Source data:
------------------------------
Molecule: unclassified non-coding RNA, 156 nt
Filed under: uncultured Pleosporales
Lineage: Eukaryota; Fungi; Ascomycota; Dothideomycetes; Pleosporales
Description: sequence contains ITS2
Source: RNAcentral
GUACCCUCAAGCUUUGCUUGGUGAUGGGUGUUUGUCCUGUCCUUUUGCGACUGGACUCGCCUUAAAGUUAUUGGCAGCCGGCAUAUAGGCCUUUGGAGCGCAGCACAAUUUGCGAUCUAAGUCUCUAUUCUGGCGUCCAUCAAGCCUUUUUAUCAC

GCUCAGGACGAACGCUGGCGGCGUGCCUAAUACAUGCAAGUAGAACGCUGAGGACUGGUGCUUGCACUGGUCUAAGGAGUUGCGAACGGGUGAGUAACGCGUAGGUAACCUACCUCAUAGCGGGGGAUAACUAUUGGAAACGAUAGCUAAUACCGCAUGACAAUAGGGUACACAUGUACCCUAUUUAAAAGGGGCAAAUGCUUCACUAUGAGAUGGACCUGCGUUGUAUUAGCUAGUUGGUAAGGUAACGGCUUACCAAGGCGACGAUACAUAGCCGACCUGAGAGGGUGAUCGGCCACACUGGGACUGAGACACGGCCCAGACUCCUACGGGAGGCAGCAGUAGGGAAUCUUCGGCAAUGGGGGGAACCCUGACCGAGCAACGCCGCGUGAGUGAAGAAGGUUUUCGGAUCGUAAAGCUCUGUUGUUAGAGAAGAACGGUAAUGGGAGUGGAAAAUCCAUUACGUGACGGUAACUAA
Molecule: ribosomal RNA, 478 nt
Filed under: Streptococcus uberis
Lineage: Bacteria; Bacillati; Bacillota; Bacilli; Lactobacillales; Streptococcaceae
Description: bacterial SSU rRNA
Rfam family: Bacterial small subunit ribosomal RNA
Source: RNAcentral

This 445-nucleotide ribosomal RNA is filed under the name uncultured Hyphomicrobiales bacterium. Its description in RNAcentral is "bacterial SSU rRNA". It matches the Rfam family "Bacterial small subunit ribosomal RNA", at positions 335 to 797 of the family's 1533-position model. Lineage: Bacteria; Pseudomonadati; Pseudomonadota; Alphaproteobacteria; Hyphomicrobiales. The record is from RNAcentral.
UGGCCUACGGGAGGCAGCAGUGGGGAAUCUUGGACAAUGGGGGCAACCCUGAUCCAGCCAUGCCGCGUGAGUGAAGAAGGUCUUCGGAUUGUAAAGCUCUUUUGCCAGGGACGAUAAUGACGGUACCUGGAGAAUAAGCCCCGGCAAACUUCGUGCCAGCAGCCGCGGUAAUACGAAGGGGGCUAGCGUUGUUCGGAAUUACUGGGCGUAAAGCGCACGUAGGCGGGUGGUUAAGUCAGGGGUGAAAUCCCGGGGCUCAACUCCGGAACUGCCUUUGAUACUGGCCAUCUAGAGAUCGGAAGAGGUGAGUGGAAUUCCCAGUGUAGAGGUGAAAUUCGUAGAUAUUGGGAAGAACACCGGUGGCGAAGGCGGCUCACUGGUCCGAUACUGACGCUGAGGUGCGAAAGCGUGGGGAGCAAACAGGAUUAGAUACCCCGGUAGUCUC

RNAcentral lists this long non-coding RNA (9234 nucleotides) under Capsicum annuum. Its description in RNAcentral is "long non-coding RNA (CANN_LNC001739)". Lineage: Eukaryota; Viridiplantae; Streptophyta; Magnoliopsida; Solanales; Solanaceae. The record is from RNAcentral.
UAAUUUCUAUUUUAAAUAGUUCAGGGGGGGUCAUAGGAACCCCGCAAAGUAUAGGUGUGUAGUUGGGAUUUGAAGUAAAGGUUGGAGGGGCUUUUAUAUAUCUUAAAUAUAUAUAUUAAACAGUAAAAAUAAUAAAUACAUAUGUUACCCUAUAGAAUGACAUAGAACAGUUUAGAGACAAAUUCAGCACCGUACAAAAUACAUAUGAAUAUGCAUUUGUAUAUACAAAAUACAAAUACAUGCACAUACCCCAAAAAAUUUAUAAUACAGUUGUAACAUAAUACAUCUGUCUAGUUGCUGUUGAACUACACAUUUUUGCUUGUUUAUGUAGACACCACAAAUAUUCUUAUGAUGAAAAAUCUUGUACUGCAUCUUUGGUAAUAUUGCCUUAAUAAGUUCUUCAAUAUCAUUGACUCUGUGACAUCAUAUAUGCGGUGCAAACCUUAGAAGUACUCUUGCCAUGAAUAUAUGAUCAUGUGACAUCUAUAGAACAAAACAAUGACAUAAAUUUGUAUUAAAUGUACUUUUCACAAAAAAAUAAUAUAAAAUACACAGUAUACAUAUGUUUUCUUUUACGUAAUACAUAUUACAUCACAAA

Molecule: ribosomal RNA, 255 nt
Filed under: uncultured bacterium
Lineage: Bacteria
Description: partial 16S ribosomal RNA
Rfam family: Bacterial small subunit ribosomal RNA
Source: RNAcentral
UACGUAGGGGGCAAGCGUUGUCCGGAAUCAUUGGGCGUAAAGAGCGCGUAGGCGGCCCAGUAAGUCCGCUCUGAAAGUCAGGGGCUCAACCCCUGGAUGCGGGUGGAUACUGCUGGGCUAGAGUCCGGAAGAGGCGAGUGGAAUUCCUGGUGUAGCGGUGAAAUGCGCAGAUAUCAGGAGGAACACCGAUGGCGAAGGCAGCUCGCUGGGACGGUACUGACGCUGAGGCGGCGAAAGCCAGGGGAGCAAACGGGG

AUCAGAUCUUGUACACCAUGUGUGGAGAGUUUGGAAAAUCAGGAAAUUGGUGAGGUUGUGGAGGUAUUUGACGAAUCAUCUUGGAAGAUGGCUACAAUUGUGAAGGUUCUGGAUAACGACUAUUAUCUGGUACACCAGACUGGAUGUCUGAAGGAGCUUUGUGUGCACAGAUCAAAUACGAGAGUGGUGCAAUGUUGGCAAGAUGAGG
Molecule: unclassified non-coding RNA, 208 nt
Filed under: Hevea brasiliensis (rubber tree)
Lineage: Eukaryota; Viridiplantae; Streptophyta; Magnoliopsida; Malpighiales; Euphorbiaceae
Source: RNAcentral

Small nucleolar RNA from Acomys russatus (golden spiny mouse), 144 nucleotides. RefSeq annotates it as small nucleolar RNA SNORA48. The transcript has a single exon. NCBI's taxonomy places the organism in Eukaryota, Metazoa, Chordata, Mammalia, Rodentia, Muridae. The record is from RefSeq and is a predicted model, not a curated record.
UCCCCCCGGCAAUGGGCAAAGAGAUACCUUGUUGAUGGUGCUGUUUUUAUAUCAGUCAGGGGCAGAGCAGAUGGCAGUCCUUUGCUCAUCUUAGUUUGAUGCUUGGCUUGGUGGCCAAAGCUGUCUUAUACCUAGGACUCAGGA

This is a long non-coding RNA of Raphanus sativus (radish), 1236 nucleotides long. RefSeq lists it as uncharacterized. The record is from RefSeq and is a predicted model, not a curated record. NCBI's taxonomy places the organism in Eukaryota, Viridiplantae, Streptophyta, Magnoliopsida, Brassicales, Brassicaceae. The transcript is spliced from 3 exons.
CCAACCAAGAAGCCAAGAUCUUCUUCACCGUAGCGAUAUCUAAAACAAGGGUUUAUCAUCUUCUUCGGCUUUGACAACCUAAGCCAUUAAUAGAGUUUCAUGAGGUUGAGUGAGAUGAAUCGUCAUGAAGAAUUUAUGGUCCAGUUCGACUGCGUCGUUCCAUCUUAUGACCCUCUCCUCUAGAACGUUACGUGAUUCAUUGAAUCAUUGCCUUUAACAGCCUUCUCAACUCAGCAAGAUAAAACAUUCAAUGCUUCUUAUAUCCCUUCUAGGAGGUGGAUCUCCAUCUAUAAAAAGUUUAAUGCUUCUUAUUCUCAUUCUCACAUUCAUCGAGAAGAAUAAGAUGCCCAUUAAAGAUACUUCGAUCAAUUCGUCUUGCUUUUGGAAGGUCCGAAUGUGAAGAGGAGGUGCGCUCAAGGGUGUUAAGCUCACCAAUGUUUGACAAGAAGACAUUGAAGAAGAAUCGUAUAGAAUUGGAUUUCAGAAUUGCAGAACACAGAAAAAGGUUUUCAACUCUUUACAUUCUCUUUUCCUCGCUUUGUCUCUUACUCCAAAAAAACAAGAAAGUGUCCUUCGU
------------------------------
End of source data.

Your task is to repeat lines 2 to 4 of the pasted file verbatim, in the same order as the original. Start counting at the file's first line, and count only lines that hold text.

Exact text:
Filed under: uncultured Pleosporales
Lineage: Eukaryota; Fungi; Ascomycota; Dothideomycetes; Pleosporales
Description: sequence contains ITS2